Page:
Miriam @ 'School Girls; or, The African Mean Girls Play' - ashamed of my skin tone

What’s it about?

A group of “best friends” living in Ghana enter a beauty pageant. Secrets and betrayal expose society’s pressure to be “beautiful.”

My experience.

It has been a long time since I’ve been to a show and, in all honesty, I feel like I’ve forgotten how to write about my experience. Going to see this beautiful show with an all-people-of-color cast, I was affected by the characters’ experience of shame. Girls on the verge of becoming women were being taught by the media to hate themselves because they weren’t “white enough,” because their hair wasn’t slick as water, because they weren’t tall enough, because they weren’t skinny enough. Why do these illogical burdens of beauty have to exist?

My friends tell me that I’m lucky to be light-skinned. Even though that may be true in terms of my own safety among white people, my skin tone often excludes me from my own Mexican community. At the vulnerable age of five, people asked my mother, “Is she really your daughter? But she’s so white!” I began to feel ashamed of my skin tone.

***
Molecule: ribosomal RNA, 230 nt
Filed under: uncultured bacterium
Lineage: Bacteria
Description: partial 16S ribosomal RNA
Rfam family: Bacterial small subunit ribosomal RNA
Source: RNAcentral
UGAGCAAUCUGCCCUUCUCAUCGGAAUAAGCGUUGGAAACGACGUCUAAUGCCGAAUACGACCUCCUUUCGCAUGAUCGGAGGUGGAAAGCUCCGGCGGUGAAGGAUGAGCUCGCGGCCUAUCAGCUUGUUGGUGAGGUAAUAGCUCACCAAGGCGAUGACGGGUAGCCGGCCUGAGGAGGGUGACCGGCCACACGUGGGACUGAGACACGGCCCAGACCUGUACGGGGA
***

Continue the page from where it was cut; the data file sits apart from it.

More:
I used to wish that I looked more indigenous so that when I told people I was Mexican, they would believe me without a doubt. Instead, I would hear, “Really? Are you mixed?” “No. I’m just Mexican. My parents literally immigrated from Mexico.” And still their faces would look as if they weren’t convinced. Not until they actually heard me speak in Spanish or met my beautiful Mexican mother.

I remember doing compras with my family in Mexico and a tall woman with light skin and light eyes walked past us.

“Oh, she’s beautiful! She must be from ____ place in Mexico, that’s where all the beautiful woman come from.”

“What makes them beautiful?” I asked.

“Well, women from there all have light eyes and long hair, are tall and their skin is fair.”

I paused for a moment, almost accepting this answer. But, as the picture formed in my head, I realized that it was an impossible image of beauty for Mexicans to follow, especially when most of my family members are short, have dark eyes and dark hair. Mainstream beauty allows no leeway for any real human and I can’t allow this “reality” to continue to exist. There are numerous girls and women harming themselves attempting to fit these standards.

In the show, Paulina uses whitening cream so often that her face blisters and she ends up hospitalized. I have friends that come from all over the world. We all have different backgrounds and grew up to have different passions. When I’m with them I soak in their beauty. I stare at them in silence and tell them, “You’re beautiful.”

They stare back at me and their eyes brighten, their lips edging up the borders of their face, their cheeks beginning to blush.

“Thank you.”

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